A decade after her lamentably premature death, Laurie Colwin enjoys
a distinction that eludes all but the luckiest among living writers: All
her books are still in print. Never a best-selling writer, she attracted
an ardent following that has remained steadfast and recruits new
devotees by word of mouth. She was primarily a writer of fiction --
three collections of short stories and five novels -- but she also wrote
with irresistible gusto about cooking and food, and her two "Home
Cooking" collections are beloved by many readers.
The ostensible subject of this essay is her second novel, "Happy
All the Time" (1978), but more broadly what follows is a reflection upon
Laurie Colwin and her life's work. I had best confess at the outset that
I cannot hope to be objective about her. It was my good fortune to have
been her friend during her last eight years, in the course of which we
conducted an irregular correspondence, exchanging vigorously candid
and/or catty opinions, mostly about books and writers and publishing.
When a mutual friend called one October evening in 1992 to report the
news of Laurie's death, it came as the proverbial blow to the solar
A decade after her death, Laurie Colwin still has something to say.
In her first book, a collection of short stories called "Passion
and Affect" (1974), Laurie wrote with what can only be called
heartbreaking prescience about a Mrs. Parker, who "died suddenly in
October." The story continues: "The word 'tragic' was mentioned in
connection with her death. She and Mr. Parker were in the middle of
their middle age, and neither of them had ever been seriously ill. It
was heart failure, and unexpected."
That is exactly what happened to Laurie. She was 48 years old when
she went to bed on the evening of Oct. 23, 1992, in the snug SoHo
apartment where she lived with her husband and their young daughter. She
never woke up. It was heart failure, and unexpected. Her death left an
immense emptiness. When her friends and admirers gathered a few months
later to pay tribute to her, the large auditorium on upper Broadway was
A native of Manhattan, Laurie grew up in many places, among them
Philadelphia and Chicago. In her second story collection, "The Lone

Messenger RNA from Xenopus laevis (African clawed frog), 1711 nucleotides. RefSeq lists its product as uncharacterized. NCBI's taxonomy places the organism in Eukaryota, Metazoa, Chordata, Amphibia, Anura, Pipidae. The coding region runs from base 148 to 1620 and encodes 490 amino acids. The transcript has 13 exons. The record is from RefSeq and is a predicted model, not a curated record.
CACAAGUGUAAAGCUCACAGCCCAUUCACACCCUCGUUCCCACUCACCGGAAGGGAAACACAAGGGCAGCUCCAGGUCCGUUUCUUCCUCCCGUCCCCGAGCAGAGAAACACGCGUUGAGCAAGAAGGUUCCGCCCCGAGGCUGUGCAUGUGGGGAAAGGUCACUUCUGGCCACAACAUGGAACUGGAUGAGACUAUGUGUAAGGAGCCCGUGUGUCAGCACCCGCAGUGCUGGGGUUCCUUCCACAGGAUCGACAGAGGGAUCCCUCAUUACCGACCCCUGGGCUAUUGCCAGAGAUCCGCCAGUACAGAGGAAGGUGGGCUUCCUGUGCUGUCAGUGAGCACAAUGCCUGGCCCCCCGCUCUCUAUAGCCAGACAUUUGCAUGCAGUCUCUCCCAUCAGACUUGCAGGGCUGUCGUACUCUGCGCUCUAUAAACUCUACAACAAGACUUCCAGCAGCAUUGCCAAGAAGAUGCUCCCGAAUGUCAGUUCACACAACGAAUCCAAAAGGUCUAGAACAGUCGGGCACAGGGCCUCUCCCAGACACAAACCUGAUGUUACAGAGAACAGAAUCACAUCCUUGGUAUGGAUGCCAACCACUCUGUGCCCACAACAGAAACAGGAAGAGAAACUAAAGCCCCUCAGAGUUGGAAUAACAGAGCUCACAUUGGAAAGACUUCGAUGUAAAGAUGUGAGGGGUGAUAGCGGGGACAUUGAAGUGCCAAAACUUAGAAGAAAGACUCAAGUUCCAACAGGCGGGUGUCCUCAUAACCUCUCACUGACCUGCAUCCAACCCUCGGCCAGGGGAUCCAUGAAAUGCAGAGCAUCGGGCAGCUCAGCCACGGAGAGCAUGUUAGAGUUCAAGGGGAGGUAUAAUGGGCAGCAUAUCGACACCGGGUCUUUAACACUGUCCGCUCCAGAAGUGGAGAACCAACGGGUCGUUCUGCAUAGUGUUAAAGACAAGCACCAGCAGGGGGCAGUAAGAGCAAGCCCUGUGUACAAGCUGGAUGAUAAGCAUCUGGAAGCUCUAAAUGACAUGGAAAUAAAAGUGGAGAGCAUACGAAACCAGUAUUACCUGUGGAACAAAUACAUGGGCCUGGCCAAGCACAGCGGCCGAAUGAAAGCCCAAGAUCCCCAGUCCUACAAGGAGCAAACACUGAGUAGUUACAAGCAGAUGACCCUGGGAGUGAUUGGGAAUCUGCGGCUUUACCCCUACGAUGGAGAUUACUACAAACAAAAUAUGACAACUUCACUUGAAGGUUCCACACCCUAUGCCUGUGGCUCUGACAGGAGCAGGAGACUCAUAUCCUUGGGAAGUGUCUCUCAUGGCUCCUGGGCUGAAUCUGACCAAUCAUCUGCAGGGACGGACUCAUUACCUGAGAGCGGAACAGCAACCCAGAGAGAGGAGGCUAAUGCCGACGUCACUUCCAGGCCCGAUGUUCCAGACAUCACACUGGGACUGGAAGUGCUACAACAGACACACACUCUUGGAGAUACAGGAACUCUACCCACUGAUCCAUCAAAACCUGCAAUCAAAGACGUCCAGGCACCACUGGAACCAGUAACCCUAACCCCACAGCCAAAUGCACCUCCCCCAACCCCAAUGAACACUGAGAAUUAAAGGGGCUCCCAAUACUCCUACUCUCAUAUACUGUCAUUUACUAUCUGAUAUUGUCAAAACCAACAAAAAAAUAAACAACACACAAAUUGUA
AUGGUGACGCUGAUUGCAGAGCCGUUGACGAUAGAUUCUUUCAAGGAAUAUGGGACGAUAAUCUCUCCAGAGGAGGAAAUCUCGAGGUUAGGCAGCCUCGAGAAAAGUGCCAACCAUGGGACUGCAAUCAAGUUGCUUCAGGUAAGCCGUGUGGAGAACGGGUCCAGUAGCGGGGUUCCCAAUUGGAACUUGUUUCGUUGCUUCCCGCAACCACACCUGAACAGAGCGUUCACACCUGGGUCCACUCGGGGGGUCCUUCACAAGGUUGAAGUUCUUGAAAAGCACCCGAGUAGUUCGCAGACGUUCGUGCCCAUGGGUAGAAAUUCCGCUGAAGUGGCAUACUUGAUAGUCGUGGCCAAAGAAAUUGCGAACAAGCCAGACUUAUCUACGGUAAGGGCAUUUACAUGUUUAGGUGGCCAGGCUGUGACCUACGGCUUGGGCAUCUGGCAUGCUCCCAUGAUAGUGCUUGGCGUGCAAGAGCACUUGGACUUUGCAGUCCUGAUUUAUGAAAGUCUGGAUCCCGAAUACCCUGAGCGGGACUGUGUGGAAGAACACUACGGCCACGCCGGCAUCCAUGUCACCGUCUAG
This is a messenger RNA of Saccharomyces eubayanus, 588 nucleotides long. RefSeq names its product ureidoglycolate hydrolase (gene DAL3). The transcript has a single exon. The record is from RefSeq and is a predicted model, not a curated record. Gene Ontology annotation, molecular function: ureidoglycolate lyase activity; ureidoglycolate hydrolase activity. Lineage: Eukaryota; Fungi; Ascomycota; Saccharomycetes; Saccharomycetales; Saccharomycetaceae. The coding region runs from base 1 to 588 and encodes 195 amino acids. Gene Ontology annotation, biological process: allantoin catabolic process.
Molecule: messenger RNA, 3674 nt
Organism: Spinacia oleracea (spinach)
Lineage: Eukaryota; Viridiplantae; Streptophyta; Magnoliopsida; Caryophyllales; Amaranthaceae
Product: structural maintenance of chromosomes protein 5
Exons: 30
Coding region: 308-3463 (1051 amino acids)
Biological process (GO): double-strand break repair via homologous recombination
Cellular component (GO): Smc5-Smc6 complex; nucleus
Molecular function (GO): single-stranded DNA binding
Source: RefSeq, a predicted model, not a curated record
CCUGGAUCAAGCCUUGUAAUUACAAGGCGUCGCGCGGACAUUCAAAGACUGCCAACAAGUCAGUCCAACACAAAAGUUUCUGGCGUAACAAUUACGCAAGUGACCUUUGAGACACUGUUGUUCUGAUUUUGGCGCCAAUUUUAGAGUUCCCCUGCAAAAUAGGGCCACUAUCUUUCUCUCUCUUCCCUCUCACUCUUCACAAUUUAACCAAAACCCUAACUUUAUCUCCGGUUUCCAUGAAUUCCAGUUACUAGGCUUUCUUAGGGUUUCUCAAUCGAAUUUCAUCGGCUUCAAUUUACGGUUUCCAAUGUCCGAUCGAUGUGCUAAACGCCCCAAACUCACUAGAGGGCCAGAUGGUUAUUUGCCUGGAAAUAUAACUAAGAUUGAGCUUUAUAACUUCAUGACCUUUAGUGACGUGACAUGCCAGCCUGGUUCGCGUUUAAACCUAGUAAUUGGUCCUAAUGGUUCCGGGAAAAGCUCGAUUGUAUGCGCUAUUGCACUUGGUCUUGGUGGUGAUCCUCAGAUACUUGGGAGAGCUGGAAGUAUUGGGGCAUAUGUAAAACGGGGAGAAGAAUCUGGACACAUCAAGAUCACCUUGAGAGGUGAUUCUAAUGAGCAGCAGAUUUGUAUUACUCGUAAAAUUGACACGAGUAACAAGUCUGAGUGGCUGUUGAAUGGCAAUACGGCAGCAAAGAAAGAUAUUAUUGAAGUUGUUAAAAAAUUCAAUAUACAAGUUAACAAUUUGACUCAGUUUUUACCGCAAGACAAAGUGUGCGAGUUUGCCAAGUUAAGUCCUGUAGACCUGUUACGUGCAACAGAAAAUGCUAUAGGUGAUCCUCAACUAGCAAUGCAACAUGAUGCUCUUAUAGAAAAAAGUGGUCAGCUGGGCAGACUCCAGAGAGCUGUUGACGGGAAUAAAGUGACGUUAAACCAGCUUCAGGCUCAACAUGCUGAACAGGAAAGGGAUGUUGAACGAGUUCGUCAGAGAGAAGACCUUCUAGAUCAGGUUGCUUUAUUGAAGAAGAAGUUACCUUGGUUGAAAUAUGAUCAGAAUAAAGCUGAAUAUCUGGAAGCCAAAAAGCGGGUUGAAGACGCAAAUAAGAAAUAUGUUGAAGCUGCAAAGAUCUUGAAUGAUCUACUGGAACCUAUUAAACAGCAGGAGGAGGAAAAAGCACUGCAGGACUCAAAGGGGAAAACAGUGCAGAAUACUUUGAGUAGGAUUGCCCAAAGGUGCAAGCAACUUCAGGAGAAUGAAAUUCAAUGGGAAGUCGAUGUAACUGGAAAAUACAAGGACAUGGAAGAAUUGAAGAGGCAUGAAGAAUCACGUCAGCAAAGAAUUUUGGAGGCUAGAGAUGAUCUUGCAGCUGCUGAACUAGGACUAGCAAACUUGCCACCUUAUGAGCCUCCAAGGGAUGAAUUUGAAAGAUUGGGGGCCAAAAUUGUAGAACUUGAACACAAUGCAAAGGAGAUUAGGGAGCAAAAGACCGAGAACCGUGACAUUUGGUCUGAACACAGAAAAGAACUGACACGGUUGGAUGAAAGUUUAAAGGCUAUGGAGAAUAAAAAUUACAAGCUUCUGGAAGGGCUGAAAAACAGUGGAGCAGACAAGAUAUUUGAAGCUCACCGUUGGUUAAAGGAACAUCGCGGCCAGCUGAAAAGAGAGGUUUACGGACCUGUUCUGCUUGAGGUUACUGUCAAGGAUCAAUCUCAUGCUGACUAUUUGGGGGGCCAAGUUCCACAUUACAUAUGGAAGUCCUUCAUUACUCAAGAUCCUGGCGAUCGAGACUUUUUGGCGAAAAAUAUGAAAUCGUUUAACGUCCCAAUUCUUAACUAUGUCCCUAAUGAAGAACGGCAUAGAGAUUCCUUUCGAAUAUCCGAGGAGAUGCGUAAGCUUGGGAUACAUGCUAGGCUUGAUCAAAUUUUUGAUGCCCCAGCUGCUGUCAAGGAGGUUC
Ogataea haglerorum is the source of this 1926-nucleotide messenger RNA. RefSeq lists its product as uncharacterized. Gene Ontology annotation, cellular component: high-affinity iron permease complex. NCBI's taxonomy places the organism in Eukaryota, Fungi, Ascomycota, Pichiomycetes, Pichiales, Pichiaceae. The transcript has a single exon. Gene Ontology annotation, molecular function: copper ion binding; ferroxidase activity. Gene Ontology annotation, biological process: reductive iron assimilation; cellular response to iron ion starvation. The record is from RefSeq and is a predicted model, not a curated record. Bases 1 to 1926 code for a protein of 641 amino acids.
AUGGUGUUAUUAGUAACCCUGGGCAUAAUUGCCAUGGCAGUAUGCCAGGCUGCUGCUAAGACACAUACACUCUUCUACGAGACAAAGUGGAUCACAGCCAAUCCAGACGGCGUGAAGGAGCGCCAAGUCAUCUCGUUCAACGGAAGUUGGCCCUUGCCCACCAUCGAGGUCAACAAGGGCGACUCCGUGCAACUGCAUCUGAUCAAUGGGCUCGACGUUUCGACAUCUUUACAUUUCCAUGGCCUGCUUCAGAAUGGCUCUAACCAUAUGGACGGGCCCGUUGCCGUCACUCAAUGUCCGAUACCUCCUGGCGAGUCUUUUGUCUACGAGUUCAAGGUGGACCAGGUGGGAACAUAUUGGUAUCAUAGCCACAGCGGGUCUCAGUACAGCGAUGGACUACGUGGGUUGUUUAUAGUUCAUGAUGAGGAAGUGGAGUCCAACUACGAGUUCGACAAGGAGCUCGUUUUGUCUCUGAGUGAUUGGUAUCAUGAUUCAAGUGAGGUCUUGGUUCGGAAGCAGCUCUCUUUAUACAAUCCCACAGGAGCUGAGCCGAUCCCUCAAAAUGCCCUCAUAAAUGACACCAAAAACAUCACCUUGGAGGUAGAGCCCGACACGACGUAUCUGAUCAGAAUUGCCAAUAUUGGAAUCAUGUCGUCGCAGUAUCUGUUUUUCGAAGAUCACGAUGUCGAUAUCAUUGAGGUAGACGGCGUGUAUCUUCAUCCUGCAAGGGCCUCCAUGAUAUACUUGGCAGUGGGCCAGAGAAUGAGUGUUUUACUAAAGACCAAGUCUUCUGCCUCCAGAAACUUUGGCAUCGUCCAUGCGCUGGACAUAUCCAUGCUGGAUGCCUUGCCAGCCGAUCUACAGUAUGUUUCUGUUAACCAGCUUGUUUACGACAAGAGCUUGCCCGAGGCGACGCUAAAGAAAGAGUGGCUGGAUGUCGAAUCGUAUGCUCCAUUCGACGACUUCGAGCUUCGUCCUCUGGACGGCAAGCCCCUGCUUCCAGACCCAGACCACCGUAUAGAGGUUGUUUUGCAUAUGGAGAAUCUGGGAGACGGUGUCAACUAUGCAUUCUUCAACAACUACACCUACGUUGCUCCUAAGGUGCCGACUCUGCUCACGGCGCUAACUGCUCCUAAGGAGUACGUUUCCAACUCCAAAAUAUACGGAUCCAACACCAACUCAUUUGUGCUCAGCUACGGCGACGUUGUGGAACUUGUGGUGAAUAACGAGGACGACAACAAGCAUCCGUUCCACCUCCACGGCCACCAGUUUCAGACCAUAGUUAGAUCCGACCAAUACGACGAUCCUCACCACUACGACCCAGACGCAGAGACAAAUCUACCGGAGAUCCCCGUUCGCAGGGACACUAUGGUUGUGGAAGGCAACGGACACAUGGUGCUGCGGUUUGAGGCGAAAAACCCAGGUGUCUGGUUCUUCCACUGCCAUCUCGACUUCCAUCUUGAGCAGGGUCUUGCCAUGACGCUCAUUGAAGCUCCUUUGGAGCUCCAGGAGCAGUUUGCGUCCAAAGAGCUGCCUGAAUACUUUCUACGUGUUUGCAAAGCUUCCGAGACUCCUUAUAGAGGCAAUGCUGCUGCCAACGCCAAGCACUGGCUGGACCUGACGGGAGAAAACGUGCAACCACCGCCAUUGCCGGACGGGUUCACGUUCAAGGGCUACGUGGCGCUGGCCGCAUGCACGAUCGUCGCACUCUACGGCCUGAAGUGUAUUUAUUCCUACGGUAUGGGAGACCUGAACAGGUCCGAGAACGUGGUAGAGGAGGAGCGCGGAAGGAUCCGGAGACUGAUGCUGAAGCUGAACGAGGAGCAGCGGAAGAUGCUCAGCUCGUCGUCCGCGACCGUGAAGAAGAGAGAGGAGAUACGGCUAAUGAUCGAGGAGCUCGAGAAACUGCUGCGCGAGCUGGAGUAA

Pilgrim" (1981), she wrote about "an old, old Jewish family of the sort
that is more identifiably old American than Jewish," which accurately
described herself, as did a more barbed passage from the same book: "The
Mayers were a family of watered-down German and Dutch Jews who had once
had a lot of money. Now they had things." She was well educated (Bard,
the Sorbonne, the New School, Columbia) and incredibly knowledgeable
about just about everything (except baseball), which served her well
when she worked as an editor in book publishing and as a translator --
from the Yiddish -- for the deservedly celebrated Isaac Bashevis Singer.
"I'm real old-fashioned," Laurie once said of herself, which was
true but only up to a point. She adored beautiful old things but rarely
had enough money to buy them; when she got a writing grant from the
federal government, she went right out and bought herself an antique
dining room table. Her manners were impeccable, and she valued good
manners in others. She loved, and knew a lot about, classical music,
chamber music in particular. Similarly, most of the writers she loved
had been around for a while; indeed, her own most direct literary
ancestor was Jane Austen, as is made charmingly clear by a brief passage
from the title story of "The Lone Pilgrim":
"Oh, domesticity! The wonder of dinner plates and cream pitchers.
You know your friends by their ornaments. You want everything. If Mrs.
A. has her mama's old jelly mold, you want one too, and everything else
that goes with it -- the family, the tradition, the years of having
jelly molded in it. We domestic sensualists live in a state of longing,
no matter how comfortable our own places are."
Family, marriage, chattels, tradition -- it is Austen to the core.
Yet Laurie also loved popular music, Motown in particular; her fourth